2. A glass of beet (root) juice. If cherries are too sweet, beets may suit your palate. A recent study on trained male athletes has found that beetroot juice can reduce fatigue and indirectly improve sleep (Shamloo et al. 2018).
  3. Two kiwis. Kiwis are historically known to be a good source of antioxidants and serotonin—a neurochemical driving sleep processes. Like tart cherry juice, kiwis showed promise in a small clinical study of adults with sleep disturbances (Lin et al. 2011).
  4. A handful of walnuts. Like kiwis, walnuts have identifiable amounts of melatonin and serotonin that in one study have been shown to improve sleep quality.

How a Certified Wellness Coach Can Help with Sleep

In NASM's Certified Wellness Coach (CWC) course, Recovery is recognized as one of the five main pillars of wellness, alongside Movement, Nutrition, Mental Well-Being and Coaching. These pillars are interconnected and mutually supportive, influencing one another to promote overall well-being.

Recovery, which includes adequate sleep and rest, is a fundamental component of maintaining and optimizing physical and mental health. Here's how recovery relates to the other pillars:

  • Movement: Adequate recovery supports the effectiveness and sustainability of movement practices and exercise routines.
  • Nutrition: Sleep plays a role in regulating appetite and hunger hormones, which can impact food choices and dietary patterns.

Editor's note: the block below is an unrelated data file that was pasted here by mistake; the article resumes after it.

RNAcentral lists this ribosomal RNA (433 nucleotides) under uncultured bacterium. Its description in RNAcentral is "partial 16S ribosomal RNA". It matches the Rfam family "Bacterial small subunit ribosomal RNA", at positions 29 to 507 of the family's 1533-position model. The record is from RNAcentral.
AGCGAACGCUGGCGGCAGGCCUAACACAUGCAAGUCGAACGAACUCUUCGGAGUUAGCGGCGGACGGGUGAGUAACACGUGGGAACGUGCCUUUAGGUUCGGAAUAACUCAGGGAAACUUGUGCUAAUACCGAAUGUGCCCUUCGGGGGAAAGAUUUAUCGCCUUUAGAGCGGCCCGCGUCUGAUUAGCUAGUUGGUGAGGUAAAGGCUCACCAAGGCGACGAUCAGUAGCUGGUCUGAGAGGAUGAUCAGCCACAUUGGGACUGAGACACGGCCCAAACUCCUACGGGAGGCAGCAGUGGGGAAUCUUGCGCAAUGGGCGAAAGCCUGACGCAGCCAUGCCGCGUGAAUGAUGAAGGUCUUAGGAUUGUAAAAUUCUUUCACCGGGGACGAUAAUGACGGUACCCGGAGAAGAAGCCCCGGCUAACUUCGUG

• Mental Well-Being: Quality sleep supports mental clarity, concentration and emotional resilience, all of which positively impact mental health.
  • Coaching: By prioritizing recovery and ensuring adequate sleep, individuals can enhance their ability to make positive behavior changes, such as adopting healthier eating patterns, sticking to an exercise routine or managing stress effectively.

By addressing sleep and recovery as a foundational aspect of wellness alongside movement, nutrition, mental well-being and coaching, coaches can help clients achieve comprehensive and sustainable lifestyle improvements.

To conclude, restorative sleep at night has a major influence on waking behavior and choices. It is through sleep that our cravings for unhealthy foods decrease and our propensity for health increases. Sleep is a free and universal investment in health and health care—so why not sleep on it?


Jingjing Qian, Lin Zheng, Guowan Su, Mingtao Huang, Donghui Luo, Mouming Zhao. Identification and Screening of Potential Bioactive Peptides with Sleep-Enhancing Effects in Bovine Milk Casein Hydrolysate. Journal of Agricultural and Food Chemistry, 2021; 69 (38): 11246.

Pigeon et al. 2010. Effects of a Tart Cherry Juice Beverage on the Sleep of Older Adults with Insomnia: A Pilot Study. Journal of Food Medicine 13(3).

Shamloo S., Irandoust K., Afif A.H. The Effect of Beetroot Juice Supplementation on Physiological Fatigue and Quality of Sleep in Male Athletes. Sleep Hypn. Int. J. 2018;21:97–100

Lin H.-H., Tsai P.-S., Fang S.-C., Liu J.-F. Effect of kiwifruit consumption on sleep quality in adults with sleep problems. Asia Pac. J. Clin. Nutr. 2011;20:169–174.

Tapia MI, Morgado JS, García-Parra J , et al. Comparative study of the nutritional and bioactive compounds content of four walnut (Juglans regia L. cultivars. J Food Compos Anal. 2013;31:232–7.

The Author

Dr. Allison J. Brager

Dr. Allison J. Brager

Allison is a leading expert in behavioral genetics, sleep, and biological rhythms research. She has served in the US military, on the NCAA task force for mental health and sleep, and consults with Olympic, professional, and collegiate teams. She is author of Meathead: Unraveling the Athletic Brain, which serves as a performance manual for functional athletes. Allison is a two-time CrossFit Games team athlete, a reigning 8x gold medalist at the Gay Olympics, and holds an Sc.B. in Psychology from Brown University and a Ph.D. in Physiology from Kent State University. Want to learn more in Allison's areas of expertise? Check out her NASM product recommendations.